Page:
When Trombonists Brew Beer

Plus, Charlie Parker is Haven's new chef.

How often does the trombonist trade in the slide lubricant and spit valves of his main trade for the siphons and bottling buckets of the home brewer? How often does the oboist set aside her handcrafted reed to take up the ancient art of winemaking?

Perhaps more often than you’d think. For years now, several members of the Oakland East Bay Symphony (OEBS) have spent their off hours doing just that — creating homemade brown ales and setting up garage wineries. On Saturday, May 17, from 6 to 9 p.m., members of the orchestra will be sharing their liquid creations with the general public, in a first-time event they’ve dubbed “Bach & Brew.” The event, a fundraiser for the OEBS, will take place at the Linden Street Brewery (95 Linden St., Oakland), and give attendees the opportunity to sample an assortment of beverages that can’t be purchased in any liquor store — all of them created by the orchestra’s “musician-brewmasters” and “musician-winemakers” — as well as some craft beers by Linden Street head brewmaster Adam Lamoreaux.*

Andrea Plesnarski, the organizer of the event and the orchestra’s principal oboist, is an amateur winemaker herself, along with her husband Tom Nugent, who also plays the oboe professionally.

Plesnarski explained that the idea for Bach & Brew came about when the orchestra was trying to brainstorm new ways to reach out to the community. An alarming number of people don’t even know that Oakland has an orchestra, Plesnarski said. And it’s true: A big boisterous party where beer and wine enthusiasts get to geek out over some trombonist’s home-brewed English ale certainly seems like it might break new ground.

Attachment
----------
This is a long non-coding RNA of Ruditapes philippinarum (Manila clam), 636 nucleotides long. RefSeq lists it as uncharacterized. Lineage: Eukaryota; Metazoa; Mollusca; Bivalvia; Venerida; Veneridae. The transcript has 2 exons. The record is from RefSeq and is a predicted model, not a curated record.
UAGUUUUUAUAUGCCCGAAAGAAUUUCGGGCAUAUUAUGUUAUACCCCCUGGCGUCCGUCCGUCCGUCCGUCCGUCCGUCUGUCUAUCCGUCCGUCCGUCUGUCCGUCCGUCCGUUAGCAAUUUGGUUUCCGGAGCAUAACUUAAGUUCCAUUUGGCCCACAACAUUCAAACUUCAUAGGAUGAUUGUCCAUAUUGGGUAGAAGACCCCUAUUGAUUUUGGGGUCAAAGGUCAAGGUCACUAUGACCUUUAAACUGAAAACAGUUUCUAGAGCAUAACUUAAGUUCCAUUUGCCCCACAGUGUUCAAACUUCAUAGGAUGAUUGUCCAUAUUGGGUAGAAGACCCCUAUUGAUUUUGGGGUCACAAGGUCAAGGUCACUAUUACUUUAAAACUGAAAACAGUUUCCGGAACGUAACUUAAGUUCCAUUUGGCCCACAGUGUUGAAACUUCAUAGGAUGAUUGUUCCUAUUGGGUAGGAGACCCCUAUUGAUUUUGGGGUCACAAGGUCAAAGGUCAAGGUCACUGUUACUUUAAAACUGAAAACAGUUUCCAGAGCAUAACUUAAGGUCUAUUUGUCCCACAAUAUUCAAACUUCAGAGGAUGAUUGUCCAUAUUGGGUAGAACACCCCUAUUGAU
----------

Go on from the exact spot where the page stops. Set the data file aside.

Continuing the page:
But while Plesnarski always knew that a few of her orchestra-mates shared her interest in home fermentation, she said she was surprised to find out just how many there were — at least 8 members of the 74-member orchestra. In other words, a larger-than-you’d-expect proportion of people who are members of one rarefied profession are spending an inordinate amount of their free time participating — obsessively, in some cases — in a somewhat obscure hobby. It’s enough to make a person wonder whether there’s some connection between the two.

Rena Urso-Trapani — who plays the flute for OEBS and enjoys brewing “extract”-style beer — said she thinks it’s an interest in the creative process that draws musicians to home brewing. “A lot of musicians that I know love to bake and love to cook,” she said. At Saturday’s event, Urso-Trapani will share a “Coffee Cantata Stout,” a beer inspired by Bach’s “Coffee Cantata” — a piece, she said, that every professional flute player knows well.

Urso-Trapani’s husband, Steve Trapani, a trombone player who specializes in brown ales, has been brewing beer at home since 2008, after fellow OEBS trombonist Bruce Chrisp first turned him on to the hobby during the Nineties. But Trapani couldn’t say for certain why five of the six home brewers who are participating in next Saturday’s event are members of the orchestra’s lower brass section — three trombonists, a tuba player, and a French horn player. (Urso-Trapani, the flutist, is the sixth.)